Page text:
My reasons broke, as the tears set themselves free, and I felt stupid and insignificant again. I hated to cry because my brain got blocked and nothing that I said made sense. I started repeating myself, giving the same examples over and over even though I knew what that was doing to my defense. But I couldn’t stop. I had to continue. I had to explain. I had to try to defend myself.

Falling.

Then I told my theory of what a bad combination we’d been and that we would have been way better off if we hadn’t met even once. I tried to explain to them the psychological realm of the decision of setting us up together. I tried to show them the flaws of the decision without putting the blame on anyone. I was just naming facts, the way I saw them, and I could see that they believed I was wrong.

“But it was a bad decision!” I shouted and I could feel the metal taste of defeat in my mouth. We should have never met.

Falling.

My hands were shaking, as I started telling them about my past and my perfect future. I told them about my awards and the salaries I was making before I met her. I was telling them about my vision of the perfect world and the perfect society that was achievable and that one day I would have contributed to its creation. I told them about my outlook on life and my theory of happy colors. And I told them about the last string of sanity that I kept in a watermelon box in my upper drawer. I told them all of that, as in no other case could I have explained the conclusion of a murder.

It was the only escape, and they had to see it. Since I’d met her, my life had turned upside down becoming a dead end street and I was the stray dog cornered in its farthest end. There was no light, no hope, no love and no happy colors. I was drowning. She had dug her weed roots inside me and every day she squeezed harder around my heart. I was dying. She was killing me.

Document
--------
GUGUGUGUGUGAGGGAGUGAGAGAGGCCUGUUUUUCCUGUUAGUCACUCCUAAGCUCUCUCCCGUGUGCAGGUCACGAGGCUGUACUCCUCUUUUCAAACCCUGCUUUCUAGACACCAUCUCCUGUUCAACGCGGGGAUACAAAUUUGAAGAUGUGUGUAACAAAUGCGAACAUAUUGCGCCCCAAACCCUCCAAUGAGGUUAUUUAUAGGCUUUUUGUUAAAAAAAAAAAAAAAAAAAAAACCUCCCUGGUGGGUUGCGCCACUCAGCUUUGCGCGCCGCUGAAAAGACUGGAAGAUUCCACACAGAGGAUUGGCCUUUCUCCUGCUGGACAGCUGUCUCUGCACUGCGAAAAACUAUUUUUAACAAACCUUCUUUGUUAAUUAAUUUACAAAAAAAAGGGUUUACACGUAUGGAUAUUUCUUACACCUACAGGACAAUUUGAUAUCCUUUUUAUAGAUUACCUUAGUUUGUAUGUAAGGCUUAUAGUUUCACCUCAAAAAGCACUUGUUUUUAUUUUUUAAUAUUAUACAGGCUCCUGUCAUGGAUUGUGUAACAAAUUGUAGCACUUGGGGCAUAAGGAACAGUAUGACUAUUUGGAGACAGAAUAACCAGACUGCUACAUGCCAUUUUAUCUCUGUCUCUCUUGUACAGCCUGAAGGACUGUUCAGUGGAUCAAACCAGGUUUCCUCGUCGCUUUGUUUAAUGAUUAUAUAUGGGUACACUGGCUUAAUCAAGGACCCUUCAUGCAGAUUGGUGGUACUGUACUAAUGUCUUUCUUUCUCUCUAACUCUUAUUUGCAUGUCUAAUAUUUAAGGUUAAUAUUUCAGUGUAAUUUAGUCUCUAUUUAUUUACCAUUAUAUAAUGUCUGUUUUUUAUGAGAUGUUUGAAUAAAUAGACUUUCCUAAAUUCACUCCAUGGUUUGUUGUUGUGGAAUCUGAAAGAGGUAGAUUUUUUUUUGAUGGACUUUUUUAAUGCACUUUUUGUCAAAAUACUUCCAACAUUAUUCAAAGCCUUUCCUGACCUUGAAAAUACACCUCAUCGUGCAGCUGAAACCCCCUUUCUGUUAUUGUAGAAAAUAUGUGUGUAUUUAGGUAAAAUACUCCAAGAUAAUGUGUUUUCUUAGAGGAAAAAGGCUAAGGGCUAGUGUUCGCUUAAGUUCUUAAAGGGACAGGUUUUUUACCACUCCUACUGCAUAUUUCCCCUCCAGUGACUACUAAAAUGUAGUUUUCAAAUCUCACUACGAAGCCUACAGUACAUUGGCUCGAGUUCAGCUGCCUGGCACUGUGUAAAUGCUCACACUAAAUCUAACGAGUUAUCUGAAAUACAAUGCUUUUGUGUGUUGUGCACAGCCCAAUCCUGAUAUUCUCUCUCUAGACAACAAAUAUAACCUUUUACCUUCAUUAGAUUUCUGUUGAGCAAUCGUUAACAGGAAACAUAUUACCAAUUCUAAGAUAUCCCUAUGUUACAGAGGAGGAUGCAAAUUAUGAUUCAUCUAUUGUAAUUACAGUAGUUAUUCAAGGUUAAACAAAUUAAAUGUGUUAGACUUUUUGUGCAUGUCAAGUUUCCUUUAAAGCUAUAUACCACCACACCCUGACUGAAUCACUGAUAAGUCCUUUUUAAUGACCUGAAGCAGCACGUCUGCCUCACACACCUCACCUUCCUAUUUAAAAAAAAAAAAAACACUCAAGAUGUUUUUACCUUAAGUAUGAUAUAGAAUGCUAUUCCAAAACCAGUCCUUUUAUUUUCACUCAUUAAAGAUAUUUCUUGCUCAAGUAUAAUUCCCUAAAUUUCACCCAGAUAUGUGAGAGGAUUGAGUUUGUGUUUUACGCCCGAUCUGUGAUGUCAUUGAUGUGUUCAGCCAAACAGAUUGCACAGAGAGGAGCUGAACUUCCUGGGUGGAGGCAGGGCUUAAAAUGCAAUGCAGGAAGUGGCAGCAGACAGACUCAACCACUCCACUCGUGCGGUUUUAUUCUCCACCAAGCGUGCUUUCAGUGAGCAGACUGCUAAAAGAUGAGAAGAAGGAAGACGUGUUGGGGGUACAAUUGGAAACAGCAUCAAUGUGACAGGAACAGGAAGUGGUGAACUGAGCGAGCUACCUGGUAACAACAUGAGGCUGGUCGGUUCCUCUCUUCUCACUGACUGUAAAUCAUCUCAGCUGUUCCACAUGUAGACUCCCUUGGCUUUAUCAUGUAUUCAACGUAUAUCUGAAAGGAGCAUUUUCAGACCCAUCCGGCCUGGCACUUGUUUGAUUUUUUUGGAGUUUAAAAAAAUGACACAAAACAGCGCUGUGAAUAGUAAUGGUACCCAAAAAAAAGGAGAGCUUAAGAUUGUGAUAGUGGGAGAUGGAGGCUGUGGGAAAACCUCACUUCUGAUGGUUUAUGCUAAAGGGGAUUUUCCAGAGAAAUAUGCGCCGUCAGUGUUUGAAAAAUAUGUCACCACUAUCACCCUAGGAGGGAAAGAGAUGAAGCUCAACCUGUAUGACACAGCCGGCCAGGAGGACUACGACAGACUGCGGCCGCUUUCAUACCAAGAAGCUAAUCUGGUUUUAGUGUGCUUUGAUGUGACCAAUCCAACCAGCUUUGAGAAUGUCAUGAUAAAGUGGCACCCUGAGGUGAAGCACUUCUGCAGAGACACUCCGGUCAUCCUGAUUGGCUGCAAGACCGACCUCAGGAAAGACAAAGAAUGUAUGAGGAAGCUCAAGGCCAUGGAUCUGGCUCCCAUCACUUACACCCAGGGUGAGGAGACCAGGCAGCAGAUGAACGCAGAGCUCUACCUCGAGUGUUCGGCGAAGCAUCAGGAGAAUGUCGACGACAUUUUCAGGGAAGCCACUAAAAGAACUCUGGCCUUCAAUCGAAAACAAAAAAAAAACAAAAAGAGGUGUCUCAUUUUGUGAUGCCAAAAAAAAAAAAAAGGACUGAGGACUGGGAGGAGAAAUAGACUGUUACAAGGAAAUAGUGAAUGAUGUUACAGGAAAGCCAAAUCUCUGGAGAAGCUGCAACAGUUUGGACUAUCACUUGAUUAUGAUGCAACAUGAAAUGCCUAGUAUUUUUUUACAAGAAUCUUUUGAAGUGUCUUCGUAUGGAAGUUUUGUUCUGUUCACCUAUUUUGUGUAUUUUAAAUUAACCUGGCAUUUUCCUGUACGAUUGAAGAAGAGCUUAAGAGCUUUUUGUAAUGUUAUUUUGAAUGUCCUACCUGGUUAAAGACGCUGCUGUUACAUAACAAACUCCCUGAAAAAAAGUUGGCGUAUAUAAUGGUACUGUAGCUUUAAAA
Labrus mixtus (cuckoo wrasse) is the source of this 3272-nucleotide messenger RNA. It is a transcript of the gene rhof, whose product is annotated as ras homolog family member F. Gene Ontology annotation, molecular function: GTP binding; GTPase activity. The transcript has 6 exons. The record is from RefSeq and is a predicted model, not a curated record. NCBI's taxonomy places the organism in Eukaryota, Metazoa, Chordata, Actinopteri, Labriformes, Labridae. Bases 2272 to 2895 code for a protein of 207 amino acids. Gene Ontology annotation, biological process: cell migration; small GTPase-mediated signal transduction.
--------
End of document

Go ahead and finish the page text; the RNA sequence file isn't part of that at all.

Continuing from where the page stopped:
And just like you’d decide to get rid of the opossum eating your flower bed, I’d decided to get rid of her.

My hands were moving uncontrollably.

“I knocked her down when she came back to the apartment that night. It was dark so she hadn’t seen me coming. I knocked her out and tied her; I gave myself final few minutes to think that through. To stop myself from doing. To convince myself it wasn’t right.

“But it was. I had to do it. It was the law of the jungle. So I brought the pills forward and stuffed them in her mouth. She thinks I did it with pleasure because I forced them in one by one, but I was actually giving her more time; that was a few more seconds’ time when I could have stopped myself. I couldn’t have known she was expecting guests.

“Then she came in – without knocking, as usual.” I said and looked at the witness. “I didn’t fight her; I knew it was all over. The few extra seconds I’d given her by stuffing the pills in one by one had saved her life. I’d saved her life.

“You know the rest of the story.”

Fallen.

Everyone in the court room was staring at me quietly. Nobody said a thing. Nobody made a sound. It was only me, swaying slowly, and my frantic hands and dropping tears that were moving.

I didn’t care about the sentence anymore. I’d got what I wanted – to be away from her, one way or the other. And for someone to listen to me, to what I had to say, to my side of the story. It was okay now. Everything was okay.

Fallen.